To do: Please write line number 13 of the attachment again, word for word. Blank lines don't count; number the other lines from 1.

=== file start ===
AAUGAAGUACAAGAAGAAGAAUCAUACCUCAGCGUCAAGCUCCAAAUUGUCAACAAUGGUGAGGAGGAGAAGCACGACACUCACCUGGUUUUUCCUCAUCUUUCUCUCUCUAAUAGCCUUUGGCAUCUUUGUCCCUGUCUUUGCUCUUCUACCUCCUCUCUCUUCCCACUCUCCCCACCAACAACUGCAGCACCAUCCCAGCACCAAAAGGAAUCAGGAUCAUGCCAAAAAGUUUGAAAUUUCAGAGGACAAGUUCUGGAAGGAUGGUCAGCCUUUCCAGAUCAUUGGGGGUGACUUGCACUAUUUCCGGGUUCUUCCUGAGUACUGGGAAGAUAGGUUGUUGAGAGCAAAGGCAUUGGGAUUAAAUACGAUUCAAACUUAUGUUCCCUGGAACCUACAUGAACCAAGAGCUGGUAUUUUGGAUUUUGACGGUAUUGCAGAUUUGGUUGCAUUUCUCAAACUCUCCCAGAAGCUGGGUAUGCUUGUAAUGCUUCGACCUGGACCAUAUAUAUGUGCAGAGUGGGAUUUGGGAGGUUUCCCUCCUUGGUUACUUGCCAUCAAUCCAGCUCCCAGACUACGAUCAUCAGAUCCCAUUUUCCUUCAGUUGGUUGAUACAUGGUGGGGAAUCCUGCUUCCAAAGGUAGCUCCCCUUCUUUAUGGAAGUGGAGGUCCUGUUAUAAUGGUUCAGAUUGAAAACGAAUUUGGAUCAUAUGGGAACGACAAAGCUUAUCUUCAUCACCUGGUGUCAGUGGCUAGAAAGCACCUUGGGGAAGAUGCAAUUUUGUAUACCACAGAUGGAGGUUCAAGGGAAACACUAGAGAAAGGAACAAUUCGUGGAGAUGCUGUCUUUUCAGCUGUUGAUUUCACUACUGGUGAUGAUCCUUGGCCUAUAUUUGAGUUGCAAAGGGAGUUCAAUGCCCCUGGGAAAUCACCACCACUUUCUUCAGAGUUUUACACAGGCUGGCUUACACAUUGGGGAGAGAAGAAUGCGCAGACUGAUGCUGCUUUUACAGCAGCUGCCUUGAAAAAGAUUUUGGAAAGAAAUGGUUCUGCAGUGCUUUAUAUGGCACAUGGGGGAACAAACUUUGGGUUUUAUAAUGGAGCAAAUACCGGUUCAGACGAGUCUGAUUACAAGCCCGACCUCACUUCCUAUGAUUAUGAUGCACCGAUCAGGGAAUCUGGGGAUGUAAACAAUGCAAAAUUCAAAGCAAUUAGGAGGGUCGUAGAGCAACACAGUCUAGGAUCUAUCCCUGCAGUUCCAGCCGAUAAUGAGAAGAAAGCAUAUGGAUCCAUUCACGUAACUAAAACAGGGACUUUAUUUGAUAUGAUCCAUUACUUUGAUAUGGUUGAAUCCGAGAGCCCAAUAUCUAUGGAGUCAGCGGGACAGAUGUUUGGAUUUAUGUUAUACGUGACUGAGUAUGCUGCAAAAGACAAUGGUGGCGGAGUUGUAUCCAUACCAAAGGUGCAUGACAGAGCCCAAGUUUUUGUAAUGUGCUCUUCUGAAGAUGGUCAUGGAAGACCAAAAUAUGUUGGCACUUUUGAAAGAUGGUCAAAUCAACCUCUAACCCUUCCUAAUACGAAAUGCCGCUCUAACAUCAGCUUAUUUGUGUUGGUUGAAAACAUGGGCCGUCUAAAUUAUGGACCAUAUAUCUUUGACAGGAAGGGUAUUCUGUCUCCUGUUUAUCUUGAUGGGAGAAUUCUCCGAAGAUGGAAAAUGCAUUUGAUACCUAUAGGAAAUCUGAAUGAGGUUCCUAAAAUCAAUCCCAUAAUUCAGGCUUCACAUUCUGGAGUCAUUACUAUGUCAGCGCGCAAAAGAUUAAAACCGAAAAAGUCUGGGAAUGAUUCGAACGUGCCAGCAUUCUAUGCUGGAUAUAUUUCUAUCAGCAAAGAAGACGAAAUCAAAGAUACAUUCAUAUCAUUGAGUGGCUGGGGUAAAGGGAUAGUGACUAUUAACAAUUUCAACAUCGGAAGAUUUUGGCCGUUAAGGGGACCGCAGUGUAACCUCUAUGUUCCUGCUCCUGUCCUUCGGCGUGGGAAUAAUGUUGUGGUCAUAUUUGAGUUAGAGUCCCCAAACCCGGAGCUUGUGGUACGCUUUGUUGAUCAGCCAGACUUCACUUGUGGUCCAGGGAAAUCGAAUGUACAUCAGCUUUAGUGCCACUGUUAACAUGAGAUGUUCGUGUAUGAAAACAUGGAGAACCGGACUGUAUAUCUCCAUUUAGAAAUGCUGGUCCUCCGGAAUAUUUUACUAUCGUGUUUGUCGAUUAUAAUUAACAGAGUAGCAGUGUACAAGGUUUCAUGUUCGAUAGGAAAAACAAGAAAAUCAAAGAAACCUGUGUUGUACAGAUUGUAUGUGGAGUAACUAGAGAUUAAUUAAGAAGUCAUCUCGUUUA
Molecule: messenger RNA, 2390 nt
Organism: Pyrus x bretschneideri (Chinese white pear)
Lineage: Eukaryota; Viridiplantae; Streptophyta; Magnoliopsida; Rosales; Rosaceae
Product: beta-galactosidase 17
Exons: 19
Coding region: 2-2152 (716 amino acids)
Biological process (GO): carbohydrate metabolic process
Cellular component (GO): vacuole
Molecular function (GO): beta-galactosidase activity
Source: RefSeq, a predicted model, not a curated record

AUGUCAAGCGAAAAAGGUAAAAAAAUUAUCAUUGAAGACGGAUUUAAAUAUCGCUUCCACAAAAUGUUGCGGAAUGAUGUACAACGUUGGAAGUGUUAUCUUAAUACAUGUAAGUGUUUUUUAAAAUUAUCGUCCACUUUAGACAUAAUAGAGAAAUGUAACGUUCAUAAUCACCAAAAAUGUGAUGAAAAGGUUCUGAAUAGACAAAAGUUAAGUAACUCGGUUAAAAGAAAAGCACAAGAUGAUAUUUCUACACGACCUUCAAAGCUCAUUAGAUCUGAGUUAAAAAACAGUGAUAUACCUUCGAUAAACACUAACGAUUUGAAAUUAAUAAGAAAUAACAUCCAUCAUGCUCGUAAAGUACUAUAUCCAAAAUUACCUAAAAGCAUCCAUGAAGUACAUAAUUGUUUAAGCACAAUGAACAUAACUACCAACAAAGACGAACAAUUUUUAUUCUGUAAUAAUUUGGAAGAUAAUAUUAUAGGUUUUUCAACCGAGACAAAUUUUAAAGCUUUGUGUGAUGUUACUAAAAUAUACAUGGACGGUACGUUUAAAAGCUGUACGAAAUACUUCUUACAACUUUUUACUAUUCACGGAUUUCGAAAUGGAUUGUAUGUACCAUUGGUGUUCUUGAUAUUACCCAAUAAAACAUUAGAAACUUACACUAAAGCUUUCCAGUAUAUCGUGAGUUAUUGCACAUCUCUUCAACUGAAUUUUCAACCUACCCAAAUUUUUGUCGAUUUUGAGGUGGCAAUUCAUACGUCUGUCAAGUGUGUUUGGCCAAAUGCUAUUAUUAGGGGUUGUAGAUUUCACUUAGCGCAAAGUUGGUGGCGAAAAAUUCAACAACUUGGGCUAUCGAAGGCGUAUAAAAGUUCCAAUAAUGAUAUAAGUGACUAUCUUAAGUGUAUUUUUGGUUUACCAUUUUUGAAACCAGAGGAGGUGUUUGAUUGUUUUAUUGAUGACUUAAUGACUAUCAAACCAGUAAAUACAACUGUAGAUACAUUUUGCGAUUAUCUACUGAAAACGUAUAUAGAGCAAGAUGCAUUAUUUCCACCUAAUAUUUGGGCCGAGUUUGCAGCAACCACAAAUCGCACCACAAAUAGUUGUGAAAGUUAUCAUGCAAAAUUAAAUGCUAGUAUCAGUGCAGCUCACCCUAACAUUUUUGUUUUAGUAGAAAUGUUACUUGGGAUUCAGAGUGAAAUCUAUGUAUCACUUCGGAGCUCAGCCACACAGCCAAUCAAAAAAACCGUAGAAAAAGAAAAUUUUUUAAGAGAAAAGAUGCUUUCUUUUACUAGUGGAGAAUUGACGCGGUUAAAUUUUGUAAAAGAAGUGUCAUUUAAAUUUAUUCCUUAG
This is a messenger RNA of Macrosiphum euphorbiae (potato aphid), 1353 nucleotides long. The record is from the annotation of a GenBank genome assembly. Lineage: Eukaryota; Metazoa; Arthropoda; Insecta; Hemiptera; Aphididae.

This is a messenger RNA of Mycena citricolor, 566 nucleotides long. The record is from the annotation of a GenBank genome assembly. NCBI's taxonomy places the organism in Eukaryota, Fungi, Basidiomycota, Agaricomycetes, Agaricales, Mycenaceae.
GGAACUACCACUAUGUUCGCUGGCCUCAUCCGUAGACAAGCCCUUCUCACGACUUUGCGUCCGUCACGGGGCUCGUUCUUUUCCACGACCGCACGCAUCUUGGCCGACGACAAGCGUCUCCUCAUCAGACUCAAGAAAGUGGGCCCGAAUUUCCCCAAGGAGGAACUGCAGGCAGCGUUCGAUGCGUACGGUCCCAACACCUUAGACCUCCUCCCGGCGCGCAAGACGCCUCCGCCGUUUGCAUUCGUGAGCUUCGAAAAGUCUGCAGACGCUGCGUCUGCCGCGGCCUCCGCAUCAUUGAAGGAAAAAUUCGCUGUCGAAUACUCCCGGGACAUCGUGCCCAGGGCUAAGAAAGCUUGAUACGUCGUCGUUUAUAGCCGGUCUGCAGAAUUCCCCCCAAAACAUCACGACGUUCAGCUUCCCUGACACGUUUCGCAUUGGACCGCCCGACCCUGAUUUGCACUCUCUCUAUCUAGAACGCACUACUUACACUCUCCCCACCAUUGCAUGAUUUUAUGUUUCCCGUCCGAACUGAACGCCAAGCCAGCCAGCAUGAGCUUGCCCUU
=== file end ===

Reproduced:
This is a messenger RNA of Macrosiphum euphorbiae (potato aphid), 1353 nucleotides long. The record is from the annotation of a GenBank genome assembly. Lineage: Eukaryota; Metazoa; Arthropoda; Insecta; Hemiptera; Aphididae.